(Actually I think Richard Nixon was a very able man. But he squandered his talents rolling large rocks up steep hills...)
My Series on World War One: #10
But this one's about the CANADIANS
Col. John McCrea, a Canadian Doctor,
wrote the poem In Flanders Fields during the Second Battle of Ypres
In number 3 of this series, I wrote: ...the French and British never ceased, until the last weeks of the war, pressuring General Pershing to give them his men to be incorporated into their own units. Now this was ridiculous. General Haig would never have asked Canadians or Australians to serve in British battalions; he knew they would fight best under their own officers and traditions.
Xavier Basora has written to correct me:
I was reading through your posts on America's role in WW I and I simply wanted to make a correction about the Canadian and Australian troops in WW I. In fact, the Imperial Chiefs of Staff facilely presumed that the colonials would be integrated in the British units, and tried for the first year of the war (1914-15) to put them under British command. Sam Hughes, War Minister until 1915 fought tooth and nail to prevent the Canadian divisions to be broken up. Hughes even threatened at one time to pull the Canadians out.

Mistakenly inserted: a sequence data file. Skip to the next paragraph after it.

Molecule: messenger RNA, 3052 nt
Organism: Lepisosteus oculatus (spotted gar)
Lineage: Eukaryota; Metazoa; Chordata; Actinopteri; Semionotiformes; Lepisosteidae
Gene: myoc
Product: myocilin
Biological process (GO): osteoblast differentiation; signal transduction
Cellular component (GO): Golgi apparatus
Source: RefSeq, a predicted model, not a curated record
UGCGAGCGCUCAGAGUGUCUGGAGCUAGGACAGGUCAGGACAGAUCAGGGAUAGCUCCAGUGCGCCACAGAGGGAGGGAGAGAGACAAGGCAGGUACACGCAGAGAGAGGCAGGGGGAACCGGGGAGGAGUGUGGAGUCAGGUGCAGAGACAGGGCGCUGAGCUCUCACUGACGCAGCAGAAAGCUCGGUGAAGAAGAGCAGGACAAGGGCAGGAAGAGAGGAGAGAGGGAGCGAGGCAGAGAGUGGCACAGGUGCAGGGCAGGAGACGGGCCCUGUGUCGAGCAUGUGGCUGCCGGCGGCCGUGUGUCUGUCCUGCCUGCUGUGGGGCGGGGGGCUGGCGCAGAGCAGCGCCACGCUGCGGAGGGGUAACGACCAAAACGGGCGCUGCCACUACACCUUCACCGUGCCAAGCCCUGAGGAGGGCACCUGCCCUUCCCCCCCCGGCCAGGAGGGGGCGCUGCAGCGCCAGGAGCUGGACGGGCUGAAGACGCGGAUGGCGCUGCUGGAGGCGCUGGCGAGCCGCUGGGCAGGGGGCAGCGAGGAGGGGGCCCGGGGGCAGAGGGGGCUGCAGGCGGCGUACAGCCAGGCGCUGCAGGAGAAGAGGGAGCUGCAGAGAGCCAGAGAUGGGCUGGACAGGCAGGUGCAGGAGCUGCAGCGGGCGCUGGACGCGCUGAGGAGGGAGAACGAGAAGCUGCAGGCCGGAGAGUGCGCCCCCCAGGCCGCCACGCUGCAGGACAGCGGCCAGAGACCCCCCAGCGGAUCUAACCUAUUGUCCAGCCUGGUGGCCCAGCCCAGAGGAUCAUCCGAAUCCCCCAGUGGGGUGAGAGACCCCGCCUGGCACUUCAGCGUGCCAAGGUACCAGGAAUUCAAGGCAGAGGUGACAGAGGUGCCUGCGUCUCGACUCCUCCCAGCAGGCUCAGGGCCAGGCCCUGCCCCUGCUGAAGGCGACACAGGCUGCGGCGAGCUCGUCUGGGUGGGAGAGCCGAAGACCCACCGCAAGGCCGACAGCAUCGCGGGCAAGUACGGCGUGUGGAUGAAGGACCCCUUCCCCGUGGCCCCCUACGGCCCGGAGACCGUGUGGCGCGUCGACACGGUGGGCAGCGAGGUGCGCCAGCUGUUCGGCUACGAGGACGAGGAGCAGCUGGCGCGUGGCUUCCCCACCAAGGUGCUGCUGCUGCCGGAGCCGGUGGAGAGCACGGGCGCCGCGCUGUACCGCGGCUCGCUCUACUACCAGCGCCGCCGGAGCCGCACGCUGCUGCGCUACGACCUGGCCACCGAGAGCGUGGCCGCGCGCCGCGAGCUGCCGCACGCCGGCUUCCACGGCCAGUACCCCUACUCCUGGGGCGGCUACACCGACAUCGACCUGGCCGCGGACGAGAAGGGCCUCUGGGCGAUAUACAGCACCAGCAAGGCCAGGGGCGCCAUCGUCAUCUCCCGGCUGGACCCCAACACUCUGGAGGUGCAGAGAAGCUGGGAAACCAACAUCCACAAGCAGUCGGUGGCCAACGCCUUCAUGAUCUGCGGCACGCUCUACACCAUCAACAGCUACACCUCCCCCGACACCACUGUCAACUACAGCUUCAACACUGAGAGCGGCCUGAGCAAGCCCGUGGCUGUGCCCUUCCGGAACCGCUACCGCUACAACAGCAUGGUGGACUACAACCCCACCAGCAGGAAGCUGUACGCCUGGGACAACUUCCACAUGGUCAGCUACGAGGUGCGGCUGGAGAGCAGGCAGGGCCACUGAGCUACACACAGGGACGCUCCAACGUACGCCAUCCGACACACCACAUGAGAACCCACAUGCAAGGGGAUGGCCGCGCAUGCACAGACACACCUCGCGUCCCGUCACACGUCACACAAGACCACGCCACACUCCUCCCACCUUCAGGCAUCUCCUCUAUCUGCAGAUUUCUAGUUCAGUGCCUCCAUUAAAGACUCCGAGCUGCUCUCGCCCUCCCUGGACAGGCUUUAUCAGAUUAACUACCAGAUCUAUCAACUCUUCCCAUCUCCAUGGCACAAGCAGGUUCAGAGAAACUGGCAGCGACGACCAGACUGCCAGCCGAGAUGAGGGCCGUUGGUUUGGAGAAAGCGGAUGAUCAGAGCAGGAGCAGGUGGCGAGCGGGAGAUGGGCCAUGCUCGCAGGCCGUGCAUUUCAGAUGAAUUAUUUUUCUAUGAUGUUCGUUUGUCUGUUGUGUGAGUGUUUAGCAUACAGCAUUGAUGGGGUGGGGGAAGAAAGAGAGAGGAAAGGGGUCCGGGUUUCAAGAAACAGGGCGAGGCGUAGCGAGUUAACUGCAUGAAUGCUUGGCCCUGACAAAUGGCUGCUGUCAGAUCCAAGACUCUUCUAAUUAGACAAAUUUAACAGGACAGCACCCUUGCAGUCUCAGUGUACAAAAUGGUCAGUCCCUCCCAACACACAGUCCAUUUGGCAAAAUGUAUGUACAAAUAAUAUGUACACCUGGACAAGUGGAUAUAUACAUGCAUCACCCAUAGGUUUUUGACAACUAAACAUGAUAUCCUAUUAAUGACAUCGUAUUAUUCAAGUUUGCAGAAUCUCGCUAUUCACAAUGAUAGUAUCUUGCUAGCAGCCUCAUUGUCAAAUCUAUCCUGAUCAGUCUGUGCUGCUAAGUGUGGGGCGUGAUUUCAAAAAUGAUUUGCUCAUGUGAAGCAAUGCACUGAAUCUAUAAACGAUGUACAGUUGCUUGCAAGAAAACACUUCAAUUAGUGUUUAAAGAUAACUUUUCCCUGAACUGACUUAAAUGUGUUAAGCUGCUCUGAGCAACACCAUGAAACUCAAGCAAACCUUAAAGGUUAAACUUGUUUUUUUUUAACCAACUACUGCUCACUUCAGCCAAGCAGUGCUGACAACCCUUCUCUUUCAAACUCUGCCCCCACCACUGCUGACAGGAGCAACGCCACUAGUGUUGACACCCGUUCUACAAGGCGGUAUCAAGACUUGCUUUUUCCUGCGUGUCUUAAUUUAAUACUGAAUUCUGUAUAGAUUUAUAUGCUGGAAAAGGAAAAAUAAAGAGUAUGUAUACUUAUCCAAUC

Not just Hughes but the Canadian generals too. They wanted to keep the Canadian units together to create unit cohesion as well as a growing mistrust that manifested itself in the Boer war.
They were vindicated because Canadian troops were well regarded and more importantly Generals Currie and Byng were obsessed with ensuring their soldiers' welfare. Something that neither French nor Haig ever showed. Frankly both British generals couldn't've cared less about them I think.
For the Canadians, far more than for the US, the First World War was a defining moment. The confidence gained by Canadian fighting men, who took on the best the Germans had, and won, led directly to Canada becoming an independent nation. M. Basora writes:I should note that Vimy [the splendid victory of Vimy Ridge] is to Canadians what Gallipoli is for the Australians. Each battle defined respectively each country and imbued them with a sense of independence that led to the 1931 Westminister conference and de facto autonomy to conduct their international and defense affairs as they saw fit.
Vimy Ridge was an important fortified position in Flanders. Several previous Allied attacks on it had failed with heavy casualties. It was captured by the Canadian Corps in April, 1917; the only time the Canadian divisions all fought together and on their own. The corps was led by Gen. Julian Byng, a British officer, but one very much in tune with the Canadians, (he later became Governor-General of Canada) and under him Canadian General Arthur Currie. The battle was a triumph of meticulous preparation. Everyone involved had rehearsed on a simulated battlefield, and knew exactly what was planned.
General Currie subsequently commanded the Canadian Corps and won the Battle of Amiens. An unsuccessful real estate agent and former school teacher when war broke out, Currie was also a keen amateur soldier holding the rank of Lieutenant Colonel after fourteen years of militia service. As Major General, less than three years later, he commanded his division so well at Vimy that, when Byng was promoted to command one of the five British armies on the Western Front, he strongly urged that Currie, instead of another British general, succeed him as commander of the Canadian Corps.